The Clyfford Still museum is located at:
1250 Bannock Street
Denver, CO 80204
DiSTILLed Noir takes place Saturday, July 8th from 7:00 pm to 11:00 pm.
Advanced tickets available on the website.
For discounted parking garages near the Museum, guests may use Parking Panda and the promotion code: CLYFFORD15. Metered street parking is also available. Bike racks are located on the south side of the Museum.
If you're planning to drive in from Wyoming, Ft Collins, Boulder, Louisville or Westminster click here for directions. If you're coming from Colorado Springs, Monument, Castle Rock, Centennial, Parker, Lone Tree, Englewood other places south of Denver, drive north on I-25 to the Lincoln-Broadway exit (207).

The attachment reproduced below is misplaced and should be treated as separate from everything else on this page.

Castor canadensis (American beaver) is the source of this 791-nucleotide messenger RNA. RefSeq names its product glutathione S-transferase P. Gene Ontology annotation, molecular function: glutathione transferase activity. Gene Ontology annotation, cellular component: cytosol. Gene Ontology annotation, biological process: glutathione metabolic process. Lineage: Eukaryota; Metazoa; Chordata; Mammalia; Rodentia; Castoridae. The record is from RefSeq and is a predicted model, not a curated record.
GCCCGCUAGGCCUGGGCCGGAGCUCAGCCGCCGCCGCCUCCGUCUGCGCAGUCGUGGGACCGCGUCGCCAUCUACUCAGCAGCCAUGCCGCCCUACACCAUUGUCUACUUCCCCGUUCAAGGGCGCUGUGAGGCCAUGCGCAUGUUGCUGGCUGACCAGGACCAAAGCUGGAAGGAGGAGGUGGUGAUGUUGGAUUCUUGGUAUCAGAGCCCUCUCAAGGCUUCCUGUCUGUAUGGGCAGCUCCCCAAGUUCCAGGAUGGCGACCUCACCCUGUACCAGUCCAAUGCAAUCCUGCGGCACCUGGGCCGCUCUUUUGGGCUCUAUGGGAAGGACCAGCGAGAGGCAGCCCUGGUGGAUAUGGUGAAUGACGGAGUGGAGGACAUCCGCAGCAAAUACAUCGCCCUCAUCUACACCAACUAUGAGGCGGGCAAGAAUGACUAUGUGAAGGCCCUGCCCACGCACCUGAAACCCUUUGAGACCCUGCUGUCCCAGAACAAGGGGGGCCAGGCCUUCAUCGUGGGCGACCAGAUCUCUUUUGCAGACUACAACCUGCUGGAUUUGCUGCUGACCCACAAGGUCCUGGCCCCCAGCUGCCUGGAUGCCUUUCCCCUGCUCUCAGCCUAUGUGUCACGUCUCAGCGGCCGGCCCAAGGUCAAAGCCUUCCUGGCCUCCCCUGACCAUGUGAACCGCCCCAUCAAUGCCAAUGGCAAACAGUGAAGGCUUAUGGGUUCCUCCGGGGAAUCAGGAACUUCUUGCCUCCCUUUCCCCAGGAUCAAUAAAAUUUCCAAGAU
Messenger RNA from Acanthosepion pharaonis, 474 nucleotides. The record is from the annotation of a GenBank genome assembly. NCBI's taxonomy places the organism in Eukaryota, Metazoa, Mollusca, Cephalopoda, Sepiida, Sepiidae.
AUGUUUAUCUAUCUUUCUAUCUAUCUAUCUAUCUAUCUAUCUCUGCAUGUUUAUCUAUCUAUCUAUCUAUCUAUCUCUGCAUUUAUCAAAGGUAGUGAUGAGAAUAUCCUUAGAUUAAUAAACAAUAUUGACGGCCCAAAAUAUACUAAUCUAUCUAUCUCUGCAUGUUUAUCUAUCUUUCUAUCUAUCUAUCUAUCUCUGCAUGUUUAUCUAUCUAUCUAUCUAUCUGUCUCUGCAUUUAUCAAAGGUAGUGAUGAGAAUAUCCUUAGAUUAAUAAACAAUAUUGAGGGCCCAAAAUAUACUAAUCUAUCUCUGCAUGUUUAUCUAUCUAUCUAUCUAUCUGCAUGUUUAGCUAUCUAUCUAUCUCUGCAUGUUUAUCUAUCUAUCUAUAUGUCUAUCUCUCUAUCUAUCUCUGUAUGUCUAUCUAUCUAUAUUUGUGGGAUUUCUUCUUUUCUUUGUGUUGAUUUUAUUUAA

By Susanna Speier
Denver Private Investigator Blogger
The series finale of PBS Nature's Spy in the Wild series: meet the spies just concluded on Rocky Mountain PBS and it wasn't really a spy show. For any Colorado private investigator interested in the present and future of the surveillance, however, this will be a fascinating watch. If you're an under cover operative, even better. There is, in fact, so much to be gained from observing the dynamics of the animal world you would probably have a difficult time persuading yourself not to binge watch now that the series itself has aired and is available online in its entirety.
See also: Spies in Nature